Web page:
43 F.3d 1116
UNITED STATES of America, Plaintiff-Appellee,
DeWayne HOPKINS, Defendant-Appellant.
United States Court of Appeals,
Argued Nov. 9, 1994.
Decided Jan. 17, 1995.
Robert Haviland, Asst. U.S. Atty. (argued and briefed), Office of the U.S. Atty., Flint, MI, for plaintiff-appellee.
Miriam L. Siefer (argued and briefed), Federal Public Defenders Office, Detroit, MI, for defendant-appellant.
Before: BROWN, KENNEDY and SILER, Circuit Judges.
KENNEDY, Circuit Judge.
Defendant DeWayne Hopkins was convicted of conspiracy to distribute cocaine in violation of 21 U.S.C. Sec. 841(a)(1) and 21 U.S.C. Sec. 846. He appeals contending he was denied effective assistance of counsel and is thus entitled to a new trial. During a portion of the pretrial proceedings including certain plea negotiations defendant’s attorney also represented another client who, convicted of a drug offense, was providing information regarding her knowledge of drug trafficking to the Drug Enforcement Agency (“DEA”) in hopes of reducing her sentence. Unbeknownst to defendant’s attorney, she provided information regarding defendant to the DEA. The attorney was replaced before trial and before he had knowledge of the conflict. The District Court, after an evidentiary hearing, concluded that defendant was not entitled to a new trial. We affirm.I.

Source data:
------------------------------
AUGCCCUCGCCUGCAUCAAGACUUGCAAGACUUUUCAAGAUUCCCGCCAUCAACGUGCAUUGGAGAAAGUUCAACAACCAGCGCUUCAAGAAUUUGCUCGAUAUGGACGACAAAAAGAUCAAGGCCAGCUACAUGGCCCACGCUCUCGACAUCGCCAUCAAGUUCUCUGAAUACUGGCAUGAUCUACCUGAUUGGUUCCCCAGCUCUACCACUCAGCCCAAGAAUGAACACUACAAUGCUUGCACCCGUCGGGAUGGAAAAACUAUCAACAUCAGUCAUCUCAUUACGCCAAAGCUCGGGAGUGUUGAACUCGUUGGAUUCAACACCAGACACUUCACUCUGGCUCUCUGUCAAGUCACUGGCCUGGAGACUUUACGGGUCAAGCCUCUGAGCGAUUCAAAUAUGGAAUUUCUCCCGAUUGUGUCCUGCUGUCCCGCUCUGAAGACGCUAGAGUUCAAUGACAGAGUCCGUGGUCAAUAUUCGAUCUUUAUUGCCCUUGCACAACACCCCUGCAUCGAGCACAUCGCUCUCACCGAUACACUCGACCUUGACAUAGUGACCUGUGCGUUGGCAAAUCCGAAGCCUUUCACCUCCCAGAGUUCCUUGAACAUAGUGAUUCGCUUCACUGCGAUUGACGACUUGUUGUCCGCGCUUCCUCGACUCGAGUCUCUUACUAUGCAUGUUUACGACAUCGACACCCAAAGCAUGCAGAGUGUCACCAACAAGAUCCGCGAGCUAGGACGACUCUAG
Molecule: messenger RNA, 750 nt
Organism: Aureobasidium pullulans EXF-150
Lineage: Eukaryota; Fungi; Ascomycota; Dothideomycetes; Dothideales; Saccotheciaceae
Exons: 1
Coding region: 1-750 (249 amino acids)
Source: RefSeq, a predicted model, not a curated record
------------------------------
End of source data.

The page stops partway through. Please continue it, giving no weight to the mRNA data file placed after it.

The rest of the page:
On April 15, 1988, Johnny Henderson, Annette Gray, and several other individuals were indicted for conspiracy to distribute cocaine. Attorney Daniel Bremer was appointed by the Court to represent Gray. A jury found Henderson and Gray guilty on August 1, 1988. On November 4, 1988, defendant and others were indicted for conspiracy to distribute cocaine and the District Court appointed Bremer to represent defendant. Bremer was still representing Gray, who was awaiting sentencing.
Bremer encouraged Gray to cooperate with the Drug Enforcement Administration (“DEA”) in order to obtain a favorable sentencing recommendation from the government. DEA agent William Dodson interviewed Gray on January 10, 1989; Bremer was not present. At that meeting, Gray revealed that she had lived with defendant and Henderson in 1984 for approximately four to six months and that Gray had delivered cocaine under the direction of defendant fifteen to twenty times.
Dodson prepared a report of his interview with Gray, signing it on January 12, 1989. Dodson sent this report on or after January 12, 1989 to the Assistant United States Attorney (“AUSA”) who handled Henderson and Gray’s trial, as well as defendant’s prosecution. Bremer met with Gray after her interview with Dodson, but Gray did not indicate to Bremer that she had provided incriminating information about defendant.